Anyone who is concerned that abuse may be taking place or feels they are subject to abuse themselves should seek help, even if the circumstances appear trivial.
Any concerns about an adult at risk who may be being abused or neglected should be alerted to the Royal Borough of Greenwich.
If you suspect a person is at risk of abuse or is being abused or neglected, report it to the Contact Assessment Team.
If a person is in immediate danger, you should always call the police on 999.
NHS Greenwich CCG works with partners to promote the safety and well-being of adults who may be at risk of being abused, neglected or exploited and to safeguard them from harm.
This partnership is the Greenwich Safeguarding Adults Board and includes:
- NHS Greenwich CCG
- Royal Borough of Greenwich Adult and Community Services
- Metropolitan Police
- Local health trusts
- Voluntary organisations
Visit the Royal Borough of Greenwich website for more information.
It is also important that members of the public, including people who may be subject to abuse themselves, are aware of how to report concerns.
The Care Act (2014) sets out for the first time the statutory responsibilities of organisations towards adults at risk of abuse or neglect. The Care and Support Statutory Guidance has been published to support the Care Act and includes a chapter on adult safeguarding. This guidance replaces the 'No Secrets' document previously published by the Department of Health in 2000.
The Care Act expands the categories of abuse and neglect to include:
- Physical abuse
- Domestic violence
- Sexual abuse
- Psychological abuse
- Financial or material abuse
- Modern slavery
- Discriminatory abuse
- Organisational abuse
- Neglect and acts of omission
- Self neglect
Read the Care Act
Abuse or neglect can occur in health and social care settings, as well as in people's own homes. In some cases this abuse may be carried out by health or social care professionals, as well as by family and friends. There is a growing emphasis on preventing abuse wherever possible, and a greater recognition that all individuals and organisations have a responsibility to safeguard vulnerable adults at risk from abuse. There is significant further work to be done to ensure that safeguarding adults becomes "everybody's business".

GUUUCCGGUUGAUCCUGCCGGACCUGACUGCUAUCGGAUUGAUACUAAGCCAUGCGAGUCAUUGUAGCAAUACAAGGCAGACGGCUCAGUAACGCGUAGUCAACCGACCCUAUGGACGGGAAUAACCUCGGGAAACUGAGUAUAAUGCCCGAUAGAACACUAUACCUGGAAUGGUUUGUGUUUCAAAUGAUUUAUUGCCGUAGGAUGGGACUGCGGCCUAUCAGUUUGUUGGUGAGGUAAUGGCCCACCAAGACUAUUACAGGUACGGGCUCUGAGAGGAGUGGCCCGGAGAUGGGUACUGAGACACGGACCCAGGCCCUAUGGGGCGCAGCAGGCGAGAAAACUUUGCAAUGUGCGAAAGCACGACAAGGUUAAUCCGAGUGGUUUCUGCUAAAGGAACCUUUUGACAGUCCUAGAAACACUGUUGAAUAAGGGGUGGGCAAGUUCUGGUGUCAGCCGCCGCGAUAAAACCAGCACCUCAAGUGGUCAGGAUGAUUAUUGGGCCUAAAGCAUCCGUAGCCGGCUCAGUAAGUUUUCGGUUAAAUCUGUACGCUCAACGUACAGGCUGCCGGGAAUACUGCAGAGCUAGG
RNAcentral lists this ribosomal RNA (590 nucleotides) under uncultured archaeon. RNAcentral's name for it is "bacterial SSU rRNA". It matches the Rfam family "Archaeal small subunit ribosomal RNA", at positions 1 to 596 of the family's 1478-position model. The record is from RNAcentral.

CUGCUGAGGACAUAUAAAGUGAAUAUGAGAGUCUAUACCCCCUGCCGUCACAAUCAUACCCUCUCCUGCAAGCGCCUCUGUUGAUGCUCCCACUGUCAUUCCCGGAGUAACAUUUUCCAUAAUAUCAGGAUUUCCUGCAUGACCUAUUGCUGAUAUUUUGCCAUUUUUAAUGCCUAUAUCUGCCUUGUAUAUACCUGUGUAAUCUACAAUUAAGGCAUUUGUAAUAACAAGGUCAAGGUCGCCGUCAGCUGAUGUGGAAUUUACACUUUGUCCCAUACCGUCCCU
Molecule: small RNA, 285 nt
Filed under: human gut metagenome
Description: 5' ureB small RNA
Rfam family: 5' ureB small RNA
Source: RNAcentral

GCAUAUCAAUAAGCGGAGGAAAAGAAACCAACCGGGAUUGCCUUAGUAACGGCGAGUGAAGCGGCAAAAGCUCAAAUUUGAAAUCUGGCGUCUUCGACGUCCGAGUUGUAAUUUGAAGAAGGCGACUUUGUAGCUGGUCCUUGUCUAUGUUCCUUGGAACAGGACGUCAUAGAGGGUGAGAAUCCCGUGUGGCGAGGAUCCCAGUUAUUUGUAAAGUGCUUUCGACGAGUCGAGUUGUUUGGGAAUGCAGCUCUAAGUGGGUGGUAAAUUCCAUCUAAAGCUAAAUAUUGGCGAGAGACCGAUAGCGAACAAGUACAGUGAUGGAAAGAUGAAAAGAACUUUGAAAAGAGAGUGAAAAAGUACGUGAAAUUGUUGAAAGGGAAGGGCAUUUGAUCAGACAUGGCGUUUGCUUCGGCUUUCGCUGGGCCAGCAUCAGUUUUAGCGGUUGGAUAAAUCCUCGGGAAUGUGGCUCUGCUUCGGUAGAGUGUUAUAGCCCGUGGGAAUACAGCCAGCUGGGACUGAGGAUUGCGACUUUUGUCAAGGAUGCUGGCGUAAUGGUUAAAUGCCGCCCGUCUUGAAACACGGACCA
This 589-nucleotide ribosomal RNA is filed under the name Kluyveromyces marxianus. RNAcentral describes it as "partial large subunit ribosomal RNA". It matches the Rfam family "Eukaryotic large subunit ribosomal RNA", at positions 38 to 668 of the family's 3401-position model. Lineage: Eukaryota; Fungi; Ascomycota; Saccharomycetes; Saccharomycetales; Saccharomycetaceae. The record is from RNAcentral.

The Mental Capacity Act 2005
This Act introduced a new legal framework for protecting the welfare and finances of vulnerable adults who lack mental capacity. It also introduced a new crime of neglecting or ill-treating a person who lacks mental capacity. Read the guide.
Pan London adult safeguarding procedures
The Association of Directors of Adult Social Services (ADASS), NHS London, the Metropolitan Police, and the London Clinical Commissioning Council have produced 'London multi-agency safeguarding policy and procedures' (2015). These pan-London policies, procedures and protocols are designed to encourage the continuous development of best practice in order to better safeguard adults throughout London.
Read the policy.
Independent Mental Capacity Advocates (IMCAs) help people who are assessed as lacking capacity about medical treatment or where they live, and have no family or friends who are willing to represent their views. Visit the Advocacy For All website.
For more information please contact the CCG Designated Nurse for Adult Safeguarding on 020 3049 9177 or 07852 406256, or email NHS Greenwich CCG at GRECCG.email@example.com.